• A statement of the importance of keeping the plan administrator informed of any new addresses of qualified beneficiaries; and
  • A statement that the election notice does not fully describe COBRA or the plan and that more information is available from the plan administrator and in the summary plan description.

Failure to comply with the details of COBRA notice requirements may have significant consequences if not remedied. A current putative class bringing a lawsuit, for instance, alleges that a Fortune 500 company’s COBRA notices are confusing, misleading, and fail to identify the administrator of the health plan or explain how to enroll in COBRA coverage, instead directing workers to a “catch-all” human resources phone number. Similarly, a class action lawsuit brought against another large employer alleges that its COBRA notices fail to include an address indicating where COBRA payments should be mailed, explain how to enroll in COBRA, and provide information about the COBRA administrator, but merely direct employees to a general human resources phone number. In another COBRA notice class action filed this June, the putative class alleges that COBRA notices are not “written in a manner calculated to be understood by the average plan participant” because the notices fail to sufficiently identify the plan administrator or provide a termination date for COBRA coverage if elected. An airline is facing a class action COBRA notice lawsuit, whereby its employees allege that its COBRA notices were noncompliant in failing to include the date of the qualifying event or the name of the plan and plan administrator. Moreover, the putative class alleges that the company failed to timely provide the notice within the requisite 44-day period.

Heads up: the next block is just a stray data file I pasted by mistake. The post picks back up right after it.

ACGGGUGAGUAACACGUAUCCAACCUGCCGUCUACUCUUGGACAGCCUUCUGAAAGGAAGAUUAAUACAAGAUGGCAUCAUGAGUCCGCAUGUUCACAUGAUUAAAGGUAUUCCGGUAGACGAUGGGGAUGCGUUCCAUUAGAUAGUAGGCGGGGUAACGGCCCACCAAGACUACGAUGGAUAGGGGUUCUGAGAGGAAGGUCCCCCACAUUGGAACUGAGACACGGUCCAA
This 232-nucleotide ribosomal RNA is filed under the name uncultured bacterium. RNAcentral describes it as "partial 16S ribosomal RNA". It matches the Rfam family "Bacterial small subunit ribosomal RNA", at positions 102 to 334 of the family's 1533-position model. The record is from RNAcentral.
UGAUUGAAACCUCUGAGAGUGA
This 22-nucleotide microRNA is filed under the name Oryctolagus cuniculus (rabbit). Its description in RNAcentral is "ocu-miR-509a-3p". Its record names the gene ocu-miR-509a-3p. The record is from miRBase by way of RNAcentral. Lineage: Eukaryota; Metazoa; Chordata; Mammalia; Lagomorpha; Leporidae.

More than 20 class action lawsuits have been filed in 2020 for alleged COBRA notice deficiencies against companies of all sizes. Employers should be familiar with the content and details of their COBRA notice obligations and review their COBRA notices carefully to ensure that all requisite information is provided. The DOL has provided a model COBRA notice and considers use of the model notice to be good faith compliance with the general notice content requirements of COBRA. Employers who choose not to use the DOL model notice should compare their notices to the model notice to ensure they are sufficiently detailed to comply with COBRA. Moreover, the use of a third party administrator to issue COBRA notices does not mitigate an employer’s risk of noncompliance. Employers should periodically check in with their third party administrators to ensure that they are aware of current legal developments, as well as draft their service agreements to provide for indemnification of the employer for any acts of negligence or contractual breaches with respect to COBRA compliance. We recommend engaging the advice of counsel to review COBRA notices issued by your company or a third party.

The employment and benefits lawyers at Hogan Lovells remain abreast of the requirements of COBRA notices and are prepared to answer any questions that may arise.